I started my career in oracle Has been around the proverbial block since the mid-1980s and has since led several startups, particularly with companies operating in Silicon Valley and with global consulting companies ranging from Fortune 50, including the current SaaS company Are prominent in During my career, I have not only carved out a niche working with technology companies, but have focused on designing and implementing global compensation programs.
In short, if there are two things that I know like the back of my hand, it is technology and how people are paid.
The compensation growth I have seen in these last 35+ years has been dramatic. Among other things, women have been considered and paid, primarily by a fundamentally seismic shift for the better. Some of it, in truth, is window dressing. It is good to say that you are a company with a strong culture focused on diversity, as it helps attract top talent. But the rubber meets the road and gets recruited once hired. When companies don’t do what they say, we see mass exodus and even lawsuits, as has happened recently in Pinterest and Carta.
So with the likes of Intel, Salesforce And Apple is publicly committed to gender pay equity, there’s nothing left to see here, right? Actually, we are not even close. Yes, the glass ceiling is crumbling. But significantly, largely unexplained gaps are relative to the broader scope of long-tail compensation for women, especially in startups, where essential measures of economic reward, such as stock options in companies, are often not even part of the conversation around pay parity. Occur.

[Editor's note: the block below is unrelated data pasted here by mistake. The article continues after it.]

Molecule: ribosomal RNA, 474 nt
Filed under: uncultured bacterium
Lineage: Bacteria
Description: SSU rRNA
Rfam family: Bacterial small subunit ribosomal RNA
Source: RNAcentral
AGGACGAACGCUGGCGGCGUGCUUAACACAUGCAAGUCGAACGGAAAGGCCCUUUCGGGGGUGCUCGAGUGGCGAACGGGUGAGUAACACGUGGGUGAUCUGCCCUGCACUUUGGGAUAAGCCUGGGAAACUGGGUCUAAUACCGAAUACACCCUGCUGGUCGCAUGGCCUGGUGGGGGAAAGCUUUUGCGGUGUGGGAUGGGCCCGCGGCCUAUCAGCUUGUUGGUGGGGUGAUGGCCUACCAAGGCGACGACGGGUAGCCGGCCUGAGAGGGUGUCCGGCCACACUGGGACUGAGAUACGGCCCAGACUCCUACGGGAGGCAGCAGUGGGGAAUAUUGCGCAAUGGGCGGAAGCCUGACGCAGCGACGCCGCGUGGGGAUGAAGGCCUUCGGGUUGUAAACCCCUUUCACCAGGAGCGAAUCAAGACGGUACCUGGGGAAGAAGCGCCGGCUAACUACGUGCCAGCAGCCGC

As a baseline, while progress is evident, gender pay is an incomplete product to say the least. Recently the US Bureau of Labor Statistics found that white women earn 83.3% compared to their white male counterparts, while African-American women earn 93.7% compared to men of their same race. Asian women made 77.1% and Hispanic women earned 85.1% respectively.
According to PayScale, the average earnings ratio of women to men has decreased by just $ 0.07 since 2015, and in 2020, women make every dollar $ 0.81 for men. In the long run, in calculating estimates given over a 40-year career, women may lose more than $ 900,000 over a career period.
But this is just the tip of the iceberg. Even if we left the gender pay gap only for cash pay inequality, there is Something else to see here. However, to quote a famous pitcher, “But wait, there’s more!” And this more – At least in my mind – far more disturbing.
As innovative startups from Silicon Valley to Silicon Alley of New York and beyond look at business landscapes afresh, guess how most of them are able to captivate bright, entrepreneurial minds? This is definitely not a salary, because while a company has nothing beyond a great idea and probably led by a VC on Sand Hill Road, there is no hefty salary or benefit package offered. Instead, they hang the proverbial carrot of stock / equity compensation.
“Look, we know you can get $ 180,000 per year from Apple But we will give you $ 48,000 per year and 1,000 shares currently at $ 62 per share. Our board – which is packed with studs from the Bay Area – is hoping to climb within two years! Wait ’til we go to the public!
This is the pitch, at least if you’re a promising Male. but Women, Historically, there is a tendency to opt out of this lucrative reward package for different reasons.
How has this happened? Beyond another aspect of the business culture, while legislative steps have been taken to address disparities in public company indemnities and stock spreads, there are no regulations as to how stocks are appreciated or distributed by private companies. And, as we all know, appreciation can possibly be massive.